Lame Duck Congress/Photo Courtesy of Thomas Hawk
Lawmakers returned to Washington yesterday to begin work in the “lame duck” Congress that goes through the end of the year. There’s plenty to do, but there’s no telling how much will actually get done.
Back in September, we wrote about the top ten things Congress should get done this fall. Since then, not a single item on that list has been checked off. Here we try to narrow that list down and cross our fingers that Congress can get at least a few things done before the end of the year:
Overcome Political Gridlock
In order to accomplish anything over the next four weeks, lawmakers must break through the gridlock that has plagued them all year long. The recent mid-term election did little to help the situation, as Republicans have taken over the Senate and would like to postpone votes until they have control in January, and Democrats want to do as much as they can while they still have the votes to do so.
Pass a Federal Budget
Remember back in September, when lawmakers passed a continuing resolution to fund the government until December 11? Remember how they promised to pass an actual budget after the election? Well, the election has passed and now we’re hearing that lawmakers won’t put a spending proposal on the table until December 8 – just days before funding to keep the government open runs out. Some lawmakers are even pushing for another short-term funding bill to keep things running just until the new year, when newly elected lawmakers can make decisions about how to fund the government long-term.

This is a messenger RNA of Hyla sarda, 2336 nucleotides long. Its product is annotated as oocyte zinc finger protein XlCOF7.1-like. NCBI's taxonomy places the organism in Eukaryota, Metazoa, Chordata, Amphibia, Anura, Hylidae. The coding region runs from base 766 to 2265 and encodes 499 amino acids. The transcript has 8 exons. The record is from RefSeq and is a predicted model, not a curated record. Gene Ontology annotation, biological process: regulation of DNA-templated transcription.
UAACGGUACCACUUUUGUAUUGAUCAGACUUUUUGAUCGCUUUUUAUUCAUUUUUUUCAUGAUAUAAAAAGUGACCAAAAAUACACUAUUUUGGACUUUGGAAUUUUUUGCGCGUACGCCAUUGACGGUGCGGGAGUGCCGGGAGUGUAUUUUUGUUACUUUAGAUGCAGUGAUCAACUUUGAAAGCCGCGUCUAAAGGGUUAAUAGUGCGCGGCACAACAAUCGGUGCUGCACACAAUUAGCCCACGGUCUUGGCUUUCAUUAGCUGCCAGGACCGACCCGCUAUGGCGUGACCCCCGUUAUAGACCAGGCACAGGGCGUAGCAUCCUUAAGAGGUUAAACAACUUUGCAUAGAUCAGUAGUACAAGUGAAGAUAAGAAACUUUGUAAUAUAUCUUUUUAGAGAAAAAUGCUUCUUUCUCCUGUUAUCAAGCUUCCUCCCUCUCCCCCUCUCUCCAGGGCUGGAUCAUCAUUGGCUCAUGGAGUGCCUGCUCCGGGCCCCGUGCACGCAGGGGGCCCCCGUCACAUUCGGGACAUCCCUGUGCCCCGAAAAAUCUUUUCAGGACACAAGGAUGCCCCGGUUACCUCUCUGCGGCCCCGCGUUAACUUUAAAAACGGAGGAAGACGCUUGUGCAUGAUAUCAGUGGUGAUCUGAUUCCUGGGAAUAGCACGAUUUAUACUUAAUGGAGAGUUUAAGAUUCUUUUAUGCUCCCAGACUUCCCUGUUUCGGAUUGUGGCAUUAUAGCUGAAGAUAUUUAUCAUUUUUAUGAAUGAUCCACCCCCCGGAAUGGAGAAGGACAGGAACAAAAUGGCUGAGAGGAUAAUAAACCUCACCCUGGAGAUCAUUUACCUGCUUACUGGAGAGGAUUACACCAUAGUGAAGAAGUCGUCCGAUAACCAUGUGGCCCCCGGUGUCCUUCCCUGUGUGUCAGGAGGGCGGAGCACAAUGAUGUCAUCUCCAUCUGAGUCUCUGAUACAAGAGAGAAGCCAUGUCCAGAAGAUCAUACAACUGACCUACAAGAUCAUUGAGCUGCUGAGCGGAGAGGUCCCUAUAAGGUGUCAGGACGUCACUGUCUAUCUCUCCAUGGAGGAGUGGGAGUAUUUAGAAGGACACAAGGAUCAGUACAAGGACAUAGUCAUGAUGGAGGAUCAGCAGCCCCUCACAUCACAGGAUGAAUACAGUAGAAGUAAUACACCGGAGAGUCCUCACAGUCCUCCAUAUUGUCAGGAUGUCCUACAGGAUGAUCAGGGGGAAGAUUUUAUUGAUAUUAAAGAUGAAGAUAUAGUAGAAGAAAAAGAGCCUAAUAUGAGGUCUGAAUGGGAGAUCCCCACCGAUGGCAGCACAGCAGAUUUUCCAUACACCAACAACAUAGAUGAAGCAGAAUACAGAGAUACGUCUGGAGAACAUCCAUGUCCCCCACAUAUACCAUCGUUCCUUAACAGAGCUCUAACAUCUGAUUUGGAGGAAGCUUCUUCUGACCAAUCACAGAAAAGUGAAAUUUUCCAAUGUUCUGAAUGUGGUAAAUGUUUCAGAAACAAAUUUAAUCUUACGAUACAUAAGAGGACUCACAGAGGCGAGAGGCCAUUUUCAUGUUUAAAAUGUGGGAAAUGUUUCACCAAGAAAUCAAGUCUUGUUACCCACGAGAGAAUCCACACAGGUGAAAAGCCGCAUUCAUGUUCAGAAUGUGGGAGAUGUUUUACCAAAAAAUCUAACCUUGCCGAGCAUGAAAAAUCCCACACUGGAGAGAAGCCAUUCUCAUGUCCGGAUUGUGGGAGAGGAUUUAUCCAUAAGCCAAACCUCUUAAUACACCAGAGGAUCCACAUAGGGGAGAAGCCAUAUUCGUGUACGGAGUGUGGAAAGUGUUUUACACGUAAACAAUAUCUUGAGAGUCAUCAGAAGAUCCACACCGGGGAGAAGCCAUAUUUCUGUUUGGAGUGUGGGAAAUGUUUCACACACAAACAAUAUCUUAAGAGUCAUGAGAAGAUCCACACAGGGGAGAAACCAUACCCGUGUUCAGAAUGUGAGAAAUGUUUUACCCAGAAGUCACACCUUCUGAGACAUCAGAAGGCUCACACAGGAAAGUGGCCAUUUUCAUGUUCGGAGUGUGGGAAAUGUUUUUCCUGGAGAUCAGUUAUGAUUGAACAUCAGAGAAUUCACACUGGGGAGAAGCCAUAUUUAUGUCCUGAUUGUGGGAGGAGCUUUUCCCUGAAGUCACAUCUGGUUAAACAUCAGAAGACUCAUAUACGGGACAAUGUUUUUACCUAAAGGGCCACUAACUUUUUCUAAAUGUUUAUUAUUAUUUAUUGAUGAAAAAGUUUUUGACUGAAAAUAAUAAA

As we’ve said time and again, stop-gap spending bills do not allow for public input and often don’t reflect current funding needs or opportunities for savings. And they make it difficult for federal agencies to spend their allocations efficiently when they don’t know how much they will actually have for the year.
Congress must act now to fund the government through the end of the fiscal year, which would allow lawmakers to adjust funding levels to address the nation’s changing needs and priorities.
Hold an Open, Responsible Discussion on Military Operations Against ISIS
After nearly five months of conducting operations against ISIS, Congressional lawmakers still have not debated or voted on an authorization to use military force against ISIS. Yet President Obama continues to request additional funds to continue the campaign against ISIS. And now that we’ve spent more than $1 billion against ISIS, a vote on what the U.S. role should be is not only long overdue, but also a matter of Congressional accountability.
What Can We Expect?
Congress has a lot to tackle over the next few weeks and all Americans should be demanding that they overcome crippling gridlock and make important decisions for our nation. Unfortunately, based on their track record, what we can expect from lawmakers may be significantly less than that.